The Irish Times has an interesting series this week on where we should go from here. Some of the ideas so far are insightful and thought provoking. Joseph O’Connor points to the huge programme of political reform which is needed and argues for a bottom up approach that envisages change coming from the people inlcuding citizens, artists and sportpeople among others. He points to the affinities we owe to one another, as citizens of this “still beautiful place”. Maureen Gaffney
on the other hand while also recognising the need for reform appears to be envisaging a more top down approach with a hankering for visionary leadership. Whether that is on offer is a moot point but there is surely a possibiity that the current elites may agree to a bottom up approach if only to assuage the current absence of trust in all polticians and the political system.
There are different ways of involving the public in higher law making. Constitutions can be drafted by constituent assemblies or constitutional conventions directly elected for that purpose. Constitutional change can result from extraordinary public debates outside the formal representative arena, when a majority of the people back radical change. Alternatively, the people may simply approve a constitution through the referendum. A fourth option is a citizen assembly elected for the purpose of recommending constitutional change to the people. Whatever the outcome in Ireland constitutional change will involve some combination of these processes.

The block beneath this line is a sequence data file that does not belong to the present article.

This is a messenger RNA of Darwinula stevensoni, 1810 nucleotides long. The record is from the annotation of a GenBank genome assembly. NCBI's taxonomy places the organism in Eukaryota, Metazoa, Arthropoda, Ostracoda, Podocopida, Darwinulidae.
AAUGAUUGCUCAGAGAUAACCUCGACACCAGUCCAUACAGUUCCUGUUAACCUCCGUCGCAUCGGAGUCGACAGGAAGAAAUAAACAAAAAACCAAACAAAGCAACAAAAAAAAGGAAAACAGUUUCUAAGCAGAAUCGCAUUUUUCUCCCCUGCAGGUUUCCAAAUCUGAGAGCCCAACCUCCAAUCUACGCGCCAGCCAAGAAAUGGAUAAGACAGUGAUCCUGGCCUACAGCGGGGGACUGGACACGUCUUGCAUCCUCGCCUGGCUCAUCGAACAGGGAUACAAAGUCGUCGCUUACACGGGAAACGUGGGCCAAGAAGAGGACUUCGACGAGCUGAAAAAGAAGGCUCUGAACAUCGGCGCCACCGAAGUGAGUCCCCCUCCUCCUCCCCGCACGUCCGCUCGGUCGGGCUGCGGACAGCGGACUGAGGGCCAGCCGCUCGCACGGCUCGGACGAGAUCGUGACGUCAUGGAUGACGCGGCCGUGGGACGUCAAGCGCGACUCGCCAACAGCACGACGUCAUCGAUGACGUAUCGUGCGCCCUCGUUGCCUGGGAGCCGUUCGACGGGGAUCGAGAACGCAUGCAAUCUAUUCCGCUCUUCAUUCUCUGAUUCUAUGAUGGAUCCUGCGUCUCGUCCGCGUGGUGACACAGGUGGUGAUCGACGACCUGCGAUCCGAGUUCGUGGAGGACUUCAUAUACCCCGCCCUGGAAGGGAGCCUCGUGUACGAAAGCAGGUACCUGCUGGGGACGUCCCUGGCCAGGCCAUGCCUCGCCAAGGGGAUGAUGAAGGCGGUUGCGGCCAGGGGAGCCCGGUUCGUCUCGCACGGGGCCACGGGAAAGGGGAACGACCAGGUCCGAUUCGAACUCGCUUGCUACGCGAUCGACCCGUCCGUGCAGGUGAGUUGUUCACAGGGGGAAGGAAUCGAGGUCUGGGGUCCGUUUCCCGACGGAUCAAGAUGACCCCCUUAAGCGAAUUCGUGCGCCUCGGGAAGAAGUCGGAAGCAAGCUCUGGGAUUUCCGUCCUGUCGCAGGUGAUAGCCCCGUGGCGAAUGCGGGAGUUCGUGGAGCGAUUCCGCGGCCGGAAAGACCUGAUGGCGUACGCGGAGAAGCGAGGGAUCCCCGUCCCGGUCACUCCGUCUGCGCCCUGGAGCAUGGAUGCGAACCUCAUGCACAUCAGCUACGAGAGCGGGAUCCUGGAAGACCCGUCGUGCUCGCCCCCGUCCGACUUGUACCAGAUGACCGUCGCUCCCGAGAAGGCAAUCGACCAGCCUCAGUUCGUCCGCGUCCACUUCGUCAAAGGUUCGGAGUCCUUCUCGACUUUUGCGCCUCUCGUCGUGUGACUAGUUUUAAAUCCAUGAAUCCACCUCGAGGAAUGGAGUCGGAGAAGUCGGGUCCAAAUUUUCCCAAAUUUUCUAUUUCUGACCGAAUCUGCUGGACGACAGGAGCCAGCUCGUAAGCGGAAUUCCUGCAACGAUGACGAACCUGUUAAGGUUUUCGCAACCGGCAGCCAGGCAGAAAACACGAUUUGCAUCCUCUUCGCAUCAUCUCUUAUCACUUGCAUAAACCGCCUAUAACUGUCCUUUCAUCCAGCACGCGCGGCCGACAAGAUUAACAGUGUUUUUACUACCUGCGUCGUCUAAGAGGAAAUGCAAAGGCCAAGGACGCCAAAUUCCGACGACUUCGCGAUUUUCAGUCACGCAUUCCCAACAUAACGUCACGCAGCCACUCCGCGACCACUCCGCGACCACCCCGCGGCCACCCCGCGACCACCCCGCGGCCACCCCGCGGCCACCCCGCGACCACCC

Icelandic political scientist Silja Bara Omarsdottir writes about waking up as a newly elected representative to the country’s new constitutional assembly here. The assembly is a direct result of the Pots and Pans Revolution which took place in Iceland after the banking crisis tanked the country’s economy just over two years ago. Should we think about doing something similar here?
Posted by David Farrell (written by James Gilmour)